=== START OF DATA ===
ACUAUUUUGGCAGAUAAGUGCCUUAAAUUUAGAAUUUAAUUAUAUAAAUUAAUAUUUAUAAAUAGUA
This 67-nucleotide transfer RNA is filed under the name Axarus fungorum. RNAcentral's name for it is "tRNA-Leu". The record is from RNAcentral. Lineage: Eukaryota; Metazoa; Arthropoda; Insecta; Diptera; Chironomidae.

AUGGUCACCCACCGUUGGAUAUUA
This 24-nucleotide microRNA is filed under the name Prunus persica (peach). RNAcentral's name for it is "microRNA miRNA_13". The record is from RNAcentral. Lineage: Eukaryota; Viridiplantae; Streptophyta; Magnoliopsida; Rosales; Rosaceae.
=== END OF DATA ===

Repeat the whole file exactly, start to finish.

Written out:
ACUAUUUUGGCAGAUAAGUGCCUUAAAUUUAGAAUUUAAUUAUAUAAAUUAAUAUUUAUAAAUAGUA
This 67-nucleotide transfer RNA is filed under the name Axarus fungorum. RNAcentral's name for it is "tRNA-Leu". The record is from RNAcentral. Lineage: Eukaryota; Metazoa; Arthropoda; Insecta; Diptera; Chironomidae.

AUGGUCACCCACCGUUGGAUAUUA
This 24-nucleotide microRNA is filed under the name Prunus persica (peach). RNAcentral's name for it is "microRNA miRNA_13". The record is from RNAcentral. Lineage: Eukaryota; Viridiplantae; Streptophyta; Magnoliopsida; Rosales; Rosaceae.